Facade Cleaning in Hoxton
Cleaning building facades from top to bottom, no matter how tall your building.
Natural stone facade cleaning in Hoxton can be accessed and cleaned efficiently and effectively by using rope access methods. Using this method, the need for local authority permits is totally eradicated, allowing works to proceed immediately. Using professional stone cleaning equipment we can roll back the years to make your building look like new.
Brick buildings become dirty as much as any other building. We will not only clean away the dirt and grime, we can revitalise the colour. Using a range of bio-degradable chemicals, we can restore the colour of red or yellow bricks.Contact Us
Glass facade cleaning in Hoxton
Glass facade cleaning in Hoxton takes place by abseilers using traditional window cleaning tools. External windows, internal atriums, after builders cleaning or regular maintenance cleans, our abseilers are experienced in all manner of glass cleaning.Contact Us
Aluminium cladding cleaning
Aluminium cladding in Hoxton can become extremely dirty over time. Warehouses that have many lorries coming and going will become soiled with traffic film. Using our steam cleaning systems, this grime is washed away leaving a lasting first impression for your visitors.Contact Us
Brick colour restoration
Before colour restoration
This client requested a test patch before assigning us the job of cleaning their building. We carried this out with amazing results.
After colour restoration
These are the pictures of the test patch that we sent to the client. Her reaction was simply ‘WOW’. That’s the perfect response for us.
Torik Stone Cleaning System Features
150 degrees centigrade steam cleaning power
Provides a continues flow of superheated water to penetrate stone and deep clean, removing organic growth & ground in dirt.
We use Tensid (uk) Ltd
Providers of specialist cleaning equipment and specialist cleaning chemicals to professionals.
Facts About Hoxton
In medieval times, Hoxton formed a rural part of Shoreditch parish. It achieved independent ecclesiastical status in 1826 with the founding of its own parish church dedicated to St John the Baptist, though civil jurisdiction was still invested in the Shoreditch vestry. The Worshipful Company of Haberdashers remains Patron of the advowson of the parish of St John’s.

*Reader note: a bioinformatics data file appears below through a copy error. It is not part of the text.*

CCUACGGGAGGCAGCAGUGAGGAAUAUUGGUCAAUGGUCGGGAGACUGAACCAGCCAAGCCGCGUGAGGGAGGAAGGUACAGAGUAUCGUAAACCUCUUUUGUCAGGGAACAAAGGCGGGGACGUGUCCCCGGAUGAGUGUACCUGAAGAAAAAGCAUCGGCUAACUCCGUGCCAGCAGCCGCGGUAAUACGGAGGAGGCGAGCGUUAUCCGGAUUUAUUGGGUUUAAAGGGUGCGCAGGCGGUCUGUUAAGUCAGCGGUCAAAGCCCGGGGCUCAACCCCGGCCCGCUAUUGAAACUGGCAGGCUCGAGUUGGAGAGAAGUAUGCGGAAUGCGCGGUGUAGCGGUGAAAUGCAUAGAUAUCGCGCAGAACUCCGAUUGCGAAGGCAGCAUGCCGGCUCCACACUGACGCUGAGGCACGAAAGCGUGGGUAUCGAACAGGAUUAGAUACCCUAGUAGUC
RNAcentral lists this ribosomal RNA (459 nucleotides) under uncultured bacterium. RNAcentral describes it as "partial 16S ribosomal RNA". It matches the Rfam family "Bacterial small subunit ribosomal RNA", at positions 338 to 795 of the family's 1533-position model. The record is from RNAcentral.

In 1415, the Lord Mayor of London “caused the wall of the City to be broken towards Moorfields, and built the postern called Moorgate, for the ease of the citizens to walk that way upon causeways towards Islington and Hoxton” – at that time, still marshy areas. The residents responded by harassing walkers to protect their fields. A century later, the hedges and ditches were destroyed, by order of the city, to enable city dwellers to partake in leisure at Hoxton.
Hoxton is an area in the London Borough of Hackney, England. As a part of Shoreditch, it is often considered to be part of the East End – the historic core of wider East London. It was historically in the county of Middlesex until 1889. It lies immediately north of the City of London financial district, and was once part of the civil parish and subsequent Metropolitan Borough of Shoreditch, prior to its incorporation into the London Borough of Hackney.
The area is generally considered to be bordered by Regent’s Canal on the north side, Wharf Road and City Road to the west, Old Street to the south, and Kingsland Road to the east. There is a Hoxton electoral ward which returns three councilors to Hackney London Borough Council. The area forms part of the Hackney South and Shoreditch parliamentary constituency.